A group of scientists from the University of Alabama at Birmingham have derived predictive equations to identify adults at a high risk of having nocturnal hypertension or nondipping systolic blood pressure (SBP)—both hard-to-catch conditions that can raise a person’s risk for CVD.
The researchers, who outlined their findings Jan. 9 in the Journal of the American Heart Association, developed their equations using data from the long-running Jackson Heart Study and CARDIA (Coronary Artery Risk Development in Young Adults), IDH (Improving the Detection of Hypertension) and MHT (Masked Hypertension) studies. The majority of patients—2,511—were randomized to a derivation dataset, while the remaining 506 were reserved for a validation dataset. All participants underwent 24-hour ambulatory BP monitoring for their respective studies.
Byron C. Jaeger, PhD, and colleagues said in JAHA that ambulatory BP monitoring (ABPM) is the best way to identify adults with nocturnal hypertension or nondipping SBP—defined as a mean asleep SBP/diastolic BP of 120/70 mmHg or greater or an awake-to-sleep decline in SBP of 10% or less, respectively—but it’s just not practical to screen every adult in the country that way.
“A more feasible approach is to conduct ABPM screening among adults with a high probability of having these BP phenotypes,” Jaeger et al. wrote. “Therefore, we developed predictive equations to identify adults with a high probability of having nocturnal hypertension or nondipping SBP.”
Prevalence rates of nocturnal hypertension and nondipping SBP were 39.7% and 44.9% in the derivation dataset, respectively, and 36.6% and 44.5% in the validation dataset, respectively. The team’s predictive equation for nocturnal hypertension took into account age, race/ethnicity, smoking status, neck circumference, height, high-density lipoprotein cholesterol, albumin/creatinine ratio, clinical SBP and diastolic BP, and the equation for nondipping SBP was similar, accounting for age, sex/ethnicity, waist circumference, height, alcohol use, high-density lipoprotein cholesterol and albumin/creatinine ratio.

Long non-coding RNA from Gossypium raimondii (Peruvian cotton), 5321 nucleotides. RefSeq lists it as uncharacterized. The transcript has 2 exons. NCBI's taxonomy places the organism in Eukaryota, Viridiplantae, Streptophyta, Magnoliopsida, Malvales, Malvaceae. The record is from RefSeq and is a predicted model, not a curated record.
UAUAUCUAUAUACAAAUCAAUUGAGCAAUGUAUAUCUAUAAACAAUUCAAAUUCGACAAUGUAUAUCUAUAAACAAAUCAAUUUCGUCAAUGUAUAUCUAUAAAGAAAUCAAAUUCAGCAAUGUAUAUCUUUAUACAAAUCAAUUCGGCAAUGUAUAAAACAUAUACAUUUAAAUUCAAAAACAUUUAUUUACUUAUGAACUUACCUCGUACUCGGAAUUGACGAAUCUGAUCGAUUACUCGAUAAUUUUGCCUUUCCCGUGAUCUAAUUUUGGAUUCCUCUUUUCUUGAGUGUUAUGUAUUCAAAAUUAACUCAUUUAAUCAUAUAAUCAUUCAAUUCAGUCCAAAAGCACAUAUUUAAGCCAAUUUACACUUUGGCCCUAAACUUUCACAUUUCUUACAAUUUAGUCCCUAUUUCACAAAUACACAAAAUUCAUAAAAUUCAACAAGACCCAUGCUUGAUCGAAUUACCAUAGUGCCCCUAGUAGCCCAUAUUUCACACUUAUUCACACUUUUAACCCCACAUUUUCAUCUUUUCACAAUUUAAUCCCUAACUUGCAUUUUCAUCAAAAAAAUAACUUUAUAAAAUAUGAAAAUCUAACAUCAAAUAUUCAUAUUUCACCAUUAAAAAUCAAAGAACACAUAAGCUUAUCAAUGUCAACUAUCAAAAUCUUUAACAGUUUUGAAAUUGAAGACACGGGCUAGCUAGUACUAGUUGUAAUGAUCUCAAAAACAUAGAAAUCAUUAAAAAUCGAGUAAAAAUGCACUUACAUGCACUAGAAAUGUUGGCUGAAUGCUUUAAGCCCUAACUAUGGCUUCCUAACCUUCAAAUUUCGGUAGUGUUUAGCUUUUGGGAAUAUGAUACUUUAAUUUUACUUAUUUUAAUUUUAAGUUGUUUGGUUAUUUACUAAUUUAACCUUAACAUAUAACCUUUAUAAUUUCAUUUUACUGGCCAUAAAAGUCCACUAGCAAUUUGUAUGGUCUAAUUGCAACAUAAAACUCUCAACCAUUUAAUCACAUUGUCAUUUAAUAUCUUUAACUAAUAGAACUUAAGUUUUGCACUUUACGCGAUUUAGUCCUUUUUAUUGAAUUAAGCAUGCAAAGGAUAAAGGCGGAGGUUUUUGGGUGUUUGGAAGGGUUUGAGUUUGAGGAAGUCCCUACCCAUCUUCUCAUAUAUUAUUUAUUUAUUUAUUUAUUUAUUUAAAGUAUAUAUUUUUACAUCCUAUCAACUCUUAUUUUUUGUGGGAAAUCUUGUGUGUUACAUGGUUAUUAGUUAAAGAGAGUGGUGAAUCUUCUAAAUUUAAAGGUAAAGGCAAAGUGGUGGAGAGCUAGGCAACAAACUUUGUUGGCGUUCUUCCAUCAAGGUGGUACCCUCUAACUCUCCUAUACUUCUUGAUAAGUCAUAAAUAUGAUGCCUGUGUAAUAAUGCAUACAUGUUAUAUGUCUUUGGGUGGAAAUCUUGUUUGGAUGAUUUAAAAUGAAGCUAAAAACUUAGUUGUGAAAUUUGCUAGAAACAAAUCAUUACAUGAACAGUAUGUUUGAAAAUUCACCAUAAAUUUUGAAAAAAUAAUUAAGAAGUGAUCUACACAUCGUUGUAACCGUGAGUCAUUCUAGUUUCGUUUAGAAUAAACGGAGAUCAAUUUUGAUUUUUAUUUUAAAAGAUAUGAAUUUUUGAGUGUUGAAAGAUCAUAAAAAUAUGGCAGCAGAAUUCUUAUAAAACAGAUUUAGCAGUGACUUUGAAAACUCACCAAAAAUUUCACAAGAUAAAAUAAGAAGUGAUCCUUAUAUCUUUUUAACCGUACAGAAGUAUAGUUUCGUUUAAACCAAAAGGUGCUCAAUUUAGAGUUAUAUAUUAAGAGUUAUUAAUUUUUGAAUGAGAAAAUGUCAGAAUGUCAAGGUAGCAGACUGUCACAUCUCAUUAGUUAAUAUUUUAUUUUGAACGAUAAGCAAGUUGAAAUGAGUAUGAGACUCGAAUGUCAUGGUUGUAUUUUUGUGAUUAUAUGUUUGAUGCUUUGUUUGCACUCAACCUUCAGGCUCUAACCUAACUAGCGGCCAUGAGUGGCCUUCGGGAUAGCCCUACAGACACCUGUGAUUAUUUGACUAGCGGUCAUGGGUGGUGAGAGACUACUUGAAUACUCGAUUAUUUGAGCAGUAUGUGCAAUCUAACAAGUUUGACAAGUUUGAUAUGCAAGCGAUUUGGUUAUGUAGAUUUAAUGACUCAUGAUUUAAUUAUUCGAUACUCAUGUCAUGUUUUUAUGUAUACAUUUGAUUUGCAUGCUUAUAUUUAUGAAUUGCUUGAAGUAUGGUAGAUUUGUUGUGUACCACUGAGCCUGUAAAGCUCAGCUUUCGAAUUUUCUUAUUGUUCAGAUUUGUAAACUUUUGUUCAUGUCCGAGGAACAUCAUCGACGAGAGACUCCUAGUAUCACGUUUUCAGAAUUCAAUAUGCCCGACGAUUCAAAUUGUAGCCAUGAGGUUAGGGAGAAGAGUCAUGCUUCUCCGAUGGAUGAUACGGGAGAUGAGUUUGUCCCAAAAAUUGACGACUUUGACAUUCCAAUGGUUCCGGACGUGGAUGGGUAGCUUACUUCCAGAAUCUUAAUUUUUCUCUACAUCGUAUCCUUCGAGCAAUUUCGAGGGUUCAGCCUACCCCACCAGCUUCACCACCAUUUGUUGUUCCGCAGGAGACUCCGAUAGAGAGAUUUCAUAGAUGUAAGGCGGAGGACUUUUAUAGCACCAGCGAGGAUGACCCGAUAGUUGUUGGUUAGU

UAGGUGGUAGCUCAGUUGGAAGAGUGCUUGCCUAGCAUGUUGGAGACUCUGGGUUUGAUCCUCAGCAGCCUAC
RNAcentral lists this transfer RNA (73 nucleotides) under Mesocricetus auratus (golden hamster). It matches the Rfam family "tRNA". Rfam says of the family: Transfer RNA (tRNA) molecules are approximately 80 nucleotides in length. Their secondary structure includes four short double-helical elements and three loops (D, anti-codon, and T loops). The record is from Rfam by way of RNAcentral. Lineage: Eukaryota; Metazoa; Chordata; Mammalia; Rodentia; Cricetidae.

Jaeger and co-authors reported concordance statistics for nocturnal hypertension and nondipping SBP predictive equations as 0.84 and 0.73, respectively, in the validation dataset. Compared with reference models, which included antihypertensive medication use and clinical SBP and diastolic BP as predictors, the continuous net reclassification improvement values for the nocturnal hypertension and nondipping SBP predictive equations were 0.52 and 0.51, respectively.
“The equations we developed can direct ABPM screening to patients who are most likely to have nocturnal hypertension and nondipping SBP, which can be helpful in both clinical and research settings,” the researchers wrote. “ABPM is recommended by the 2017 ACC/AHA BP guideline for more than 100 million U.S. adults, but it is not widely implemented in the United States.”
Home BP monitoring is considered an alternative to ABPM, they said, but it fails to provide a measurement of nocturnal BP or nondipping SBP. The team said their equations might be useful for future research, which might enroll patients with these specific conditions to determine how to better lower nocturnal BP.
“We have developed publicly available tools for the application of these predictive equations,” Jaeger et al. said. “Application of the predictive equations may increase the efficiency and decrease the cost of ABPM screening for nocturnal hypertension and nondipping SBP.”